Tiny Organisms, Huge Possibilities
Researchers across Duke University are working to harness the power of microbiomes in many different arenas
As the global population rises, laboratories across the world are working to develop methods to reduce human impact on the environment. At Duke University, Claudia Gunsch, the Theodore Kennedy Associate Professor of Civil and Environmental Engineering and director of IBIEM (Integrative Bioinformatics for Investigating and Engineering Microbiomes), an interdisciplinary graduate training program, currently leads cutting-edge research that unites biology, genomics and bioinformatics to tackle problems like pollution.
Gunsch began her research as an undergraduate student. After taking her first microbiology class, she became fascinated with the field’s unpredictable nature. As an undergraduate, she spent hours doing biological research in laboratories before dedicating her time to studying pollutant-degrading microbes as a graduate researcher.
In Gunsch’s laboratories today, graduate and undergraduate students sequence microbe genomes and modify them by transferring useful genes to other species already thriving in target habitats. By finding ways to stimulate the desired species’ activities, it is possible to increase their rates of bioremediation—the process of using living organisms to neutralize or remove contaminants from a certain environment.
The researchers are also trying to understand how microbes collaborate, which could explain beneficial and harmful adaptations, such as antibiotic resistance. Because the surge in antibiotic-resistant bacteria has resulted in illnesses that are untreatable with available resources, this is one of the most urgent threats to public health.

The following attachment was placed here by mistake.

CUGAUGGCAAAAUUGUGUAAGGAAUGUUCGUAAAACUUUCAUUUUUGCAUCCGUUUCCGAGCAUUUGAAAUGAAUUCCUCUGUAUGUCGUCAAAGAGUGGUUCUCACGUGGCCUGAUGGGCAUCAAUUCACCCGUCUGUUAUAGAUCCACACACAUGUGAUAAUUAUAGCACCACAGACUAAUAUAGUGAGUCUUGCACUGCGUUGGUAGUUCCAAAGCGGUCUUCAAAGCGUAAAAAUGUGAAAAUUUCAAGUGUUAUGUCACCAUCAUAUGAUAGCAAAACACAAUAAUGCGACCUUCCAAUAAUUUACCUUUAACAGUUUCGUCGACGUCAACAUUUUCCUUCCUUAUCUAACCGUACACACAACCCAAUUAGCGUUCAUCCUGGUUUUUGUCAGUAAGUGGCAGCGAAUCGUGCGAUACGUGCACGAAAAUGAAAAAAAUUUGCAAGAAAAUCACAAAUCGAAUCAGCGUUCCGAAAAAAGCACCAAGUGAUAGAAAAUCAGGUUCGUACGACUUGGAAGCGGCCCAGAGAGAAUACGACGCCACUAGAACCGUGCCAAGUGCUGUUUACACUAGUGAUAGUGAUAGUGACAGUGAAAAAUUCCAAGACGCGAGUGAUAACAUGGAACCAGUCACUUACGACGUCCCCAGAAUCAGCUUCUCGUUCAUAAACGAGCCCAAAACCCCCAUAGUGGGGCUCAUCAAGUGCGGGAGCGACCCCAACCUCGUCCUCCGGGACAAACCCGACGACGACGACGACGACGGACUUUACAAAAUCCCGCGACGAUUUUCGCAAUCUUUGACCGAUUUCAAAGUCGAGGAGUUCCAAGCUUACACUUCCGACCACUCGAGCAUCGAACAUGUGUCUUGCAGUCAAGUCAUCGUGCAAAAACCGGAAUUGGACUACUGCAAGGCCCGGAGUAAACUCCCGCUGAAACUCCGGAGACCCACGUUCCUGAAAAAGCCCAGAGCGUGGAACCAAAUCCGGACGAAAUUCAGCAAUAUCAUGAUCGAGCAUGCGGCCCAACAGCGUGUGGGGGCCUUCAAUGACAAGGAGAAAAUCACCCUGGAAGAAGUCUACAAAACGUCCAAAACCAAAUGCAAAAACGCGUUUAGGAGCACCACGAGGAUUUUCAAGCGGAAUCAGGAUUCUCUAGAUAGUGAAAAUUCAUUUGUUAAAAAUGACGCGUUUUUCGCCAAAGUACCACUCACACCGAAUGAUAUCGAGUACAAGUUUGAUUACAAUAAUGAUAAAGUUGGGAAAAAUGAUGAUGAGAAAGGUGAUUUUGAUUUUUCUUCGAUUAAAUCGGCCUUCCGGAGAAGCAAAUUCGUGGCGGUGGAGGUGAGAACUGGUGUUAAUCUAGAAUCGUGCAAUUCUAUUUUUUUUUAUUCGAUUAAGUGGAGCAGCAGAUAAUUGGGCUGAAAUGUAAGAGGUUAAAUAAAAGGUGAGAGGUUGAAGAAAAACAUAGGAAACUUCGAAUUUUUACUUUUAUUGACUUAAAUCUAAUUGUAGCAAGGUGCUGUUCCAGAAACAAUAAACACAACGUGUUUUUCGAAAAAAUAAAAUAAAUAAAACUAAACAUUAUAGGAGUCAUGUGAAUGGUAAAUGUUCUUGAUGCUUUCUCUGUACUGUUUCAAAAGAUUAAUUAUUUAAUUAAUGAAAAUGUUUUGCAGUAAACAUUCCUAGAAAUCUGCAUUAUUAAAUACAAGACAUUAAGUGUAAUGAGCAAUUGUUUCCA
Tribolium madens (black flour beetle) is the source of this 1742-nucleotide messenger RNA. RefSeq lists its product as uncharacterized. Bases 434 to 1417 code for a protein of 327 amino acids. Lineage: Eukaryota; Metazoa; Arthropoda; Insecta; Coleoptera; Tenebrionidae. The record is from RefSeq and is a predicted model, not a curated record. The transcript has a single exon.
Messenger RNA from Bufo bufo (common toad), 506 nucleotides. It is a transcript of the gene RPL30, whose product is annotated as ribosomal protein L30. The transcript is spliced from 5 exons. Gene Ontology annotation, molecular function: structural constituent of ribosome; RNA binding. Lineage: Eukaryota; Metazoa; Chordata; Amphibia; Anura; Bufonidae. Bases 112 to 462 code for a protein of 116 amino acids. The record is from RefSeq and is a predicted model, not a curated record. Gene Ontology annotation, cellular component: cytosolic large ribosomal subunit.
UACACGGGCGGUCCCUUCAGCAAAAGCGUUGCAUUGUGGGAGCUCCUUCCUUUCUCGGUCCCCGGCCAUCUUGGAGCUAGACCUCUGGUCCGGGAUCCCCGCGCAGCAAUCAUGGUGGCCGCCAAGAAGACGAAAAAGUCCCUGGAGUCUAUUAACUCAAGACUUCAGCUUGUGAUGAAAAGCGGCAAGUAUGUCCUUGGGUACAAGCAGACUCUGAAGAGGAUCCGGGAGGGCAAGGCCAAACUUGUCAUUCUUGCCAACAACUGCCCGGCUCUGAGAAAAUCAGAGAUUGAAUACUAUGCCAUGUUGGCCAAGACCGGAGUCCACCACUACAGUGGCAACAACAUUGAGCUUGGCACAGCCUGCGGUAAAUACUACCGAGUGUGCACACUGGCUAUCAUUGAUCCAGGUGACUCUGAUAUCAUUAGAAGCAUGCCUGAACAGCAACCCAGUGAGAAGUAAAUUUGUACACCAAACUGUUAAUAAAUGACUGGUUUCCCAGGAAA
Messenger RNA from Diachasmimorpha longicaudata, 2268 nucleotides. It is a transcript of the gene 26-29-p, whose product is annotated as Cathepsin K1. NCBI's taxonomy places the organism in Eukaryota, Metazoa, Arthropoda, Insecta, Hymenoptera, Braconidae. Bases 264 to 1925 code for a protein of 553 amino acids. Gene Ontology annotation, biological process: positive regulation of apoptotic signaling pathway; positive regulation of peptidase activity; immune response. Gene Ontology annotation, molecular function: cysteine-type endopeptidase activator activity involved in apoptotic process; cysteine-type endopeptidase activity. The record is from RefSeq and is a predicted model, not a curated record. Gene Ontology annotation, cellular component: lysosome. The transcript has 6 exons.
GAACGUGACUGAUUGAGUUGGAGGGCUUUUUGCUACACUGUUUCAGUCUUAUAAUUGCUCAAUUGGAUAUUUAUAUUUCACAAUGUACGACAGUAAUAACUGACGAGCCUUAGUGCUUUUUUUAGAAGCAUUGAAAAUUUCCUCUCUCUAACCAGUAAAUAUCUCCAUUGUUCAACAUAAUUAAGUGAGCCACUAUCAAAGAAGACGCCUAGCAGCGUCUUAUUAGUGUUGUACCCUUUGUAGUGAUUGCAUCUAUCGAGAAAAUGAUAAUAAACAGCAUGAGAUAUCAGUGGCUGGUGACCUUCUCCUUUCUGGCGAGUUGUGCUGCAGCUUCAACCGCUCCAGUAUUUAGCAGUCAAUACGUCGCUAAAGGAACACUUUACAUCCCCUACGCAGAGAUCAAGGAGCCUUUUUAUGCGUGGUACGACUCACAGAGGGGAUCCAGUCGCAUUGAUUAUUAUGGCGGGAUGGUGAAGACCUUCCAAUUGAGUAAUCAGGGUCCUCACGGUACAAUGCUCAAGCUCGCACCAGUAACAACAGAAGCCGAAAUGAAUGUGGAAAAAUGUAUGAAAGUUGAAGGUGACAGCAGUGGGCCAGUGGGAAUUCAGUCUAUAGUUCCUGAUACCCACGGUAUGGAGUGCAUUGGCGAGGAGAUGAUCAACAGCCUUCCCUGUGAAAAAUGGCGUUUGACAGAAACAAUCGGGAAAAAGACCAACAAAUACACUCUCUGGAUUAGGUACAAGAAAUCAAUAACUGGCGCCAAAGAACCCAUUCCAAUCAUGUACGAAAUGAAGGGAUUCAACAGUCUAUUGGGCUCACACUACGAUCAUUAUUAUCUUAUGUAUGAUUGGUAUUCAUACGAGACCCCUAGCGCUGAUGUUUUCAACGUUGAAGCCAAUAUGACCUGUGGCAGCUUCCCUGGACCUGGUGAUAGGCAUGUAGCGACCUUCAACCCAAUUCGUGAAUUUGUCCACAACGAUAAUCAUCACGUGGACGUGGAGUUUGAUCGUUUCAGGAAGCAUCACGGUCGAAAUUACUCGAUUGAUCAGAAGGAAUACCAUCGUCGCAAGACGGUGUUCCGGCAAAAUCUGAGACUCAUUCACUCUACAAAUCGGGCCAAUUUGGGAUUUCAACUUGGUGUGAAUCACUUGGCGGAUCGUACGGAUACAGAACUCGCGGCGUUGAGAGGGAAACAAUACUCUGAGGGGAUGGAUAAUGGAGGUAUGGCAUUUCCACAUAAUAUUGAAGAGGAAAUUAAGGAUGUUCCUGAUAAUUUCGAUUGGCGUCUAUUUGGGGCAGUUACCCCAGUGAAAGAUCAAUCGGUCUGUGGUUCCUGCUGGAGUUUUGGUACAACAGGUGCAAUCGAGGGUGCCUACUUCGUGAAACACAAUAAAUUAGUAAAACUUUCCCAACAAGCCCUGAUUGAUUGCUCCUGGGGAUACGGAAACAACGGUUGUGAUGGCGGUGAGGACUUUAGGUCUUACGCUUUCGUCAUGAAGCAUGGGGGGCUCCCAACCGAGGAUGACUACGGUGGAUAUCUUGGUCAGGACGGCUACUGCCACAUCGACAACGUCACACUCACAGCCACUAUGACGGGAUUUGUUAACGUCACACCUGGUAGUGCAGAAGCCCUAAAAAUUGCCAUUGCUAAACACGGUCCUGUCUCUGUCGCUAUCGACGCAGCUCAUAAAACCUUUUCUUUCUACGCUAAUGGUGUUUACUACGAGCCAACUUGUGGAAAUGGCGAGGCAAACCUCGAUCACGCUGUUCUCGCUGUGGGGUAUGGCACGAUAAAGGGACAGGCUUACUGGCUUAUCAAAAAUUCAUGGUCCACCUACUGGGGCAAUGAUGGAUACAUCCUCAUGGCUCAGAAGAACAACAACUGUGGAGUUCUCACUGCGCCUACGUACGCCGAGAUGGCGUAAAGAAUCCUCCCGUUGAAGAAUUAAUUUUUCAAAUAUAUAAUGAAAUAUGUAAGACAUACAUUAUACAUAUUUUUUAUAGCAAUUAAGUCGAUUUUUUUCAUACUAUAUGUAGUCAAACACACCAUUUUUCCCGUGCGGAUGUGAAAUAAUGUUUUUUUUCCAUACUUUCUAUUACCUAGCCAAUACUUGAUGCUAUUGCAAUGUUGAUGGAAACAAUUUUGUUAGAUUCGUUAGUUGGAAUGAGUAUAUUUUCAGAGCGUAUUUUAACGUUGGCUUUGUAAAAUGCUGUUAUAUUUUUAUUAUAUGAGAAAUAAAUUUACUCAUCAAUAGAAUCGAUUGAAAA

After decades of studying microbiomes—highly structured communities of microorganisms—Gunsch demonstrates optimism for the future of her field by saying, “In the past, I would take two years or more to identify a single gene related to the degradation of a pollutant. Now, with new technology available such as machine learning and computation, scientists are able to work at a much faster pace.”
Other researchers at Duke University are studying microbiomes to improve people’s lives and the environment. For example, Lawrence David, assistant professor of molecular genetics and microbiology in the Duke Center for Genomic and Computational Biology, guides a research group that focuses on understanding how diet can be used to shape human-associated microbial communities.
To pursue their nutrition work, David’s research group combines device development, microbial ecology, gene sequencing and computational analysis. His group is currently exploring the effects of over-the-counter nutritional supplements in both health and disease.
Another example of Duke researchers working with microbiomes is Adela Rambi Cardones, associate professor of dermatology at the Duke University School of Medicine, who leads a research group that is interested in understanding how alterations in cutaneous microbial flora and the associated human immune response promotes autoimmune disorders.
When people restrict their thoughts on microorganisms to the human variety, they forget about the fascinating and complex environmental microbiomes located everywhere from the soil to the air to a table surface. Researchers at Duke University aspire to gain a better understanding of both environmental and human microbiomes, like how they interact, what controls them and what they affect. This could lead to impressive outcomes and discoveries.
Ana Luiza Mees is a first-year student expecting to double major in electrical and computer engineering and computer science.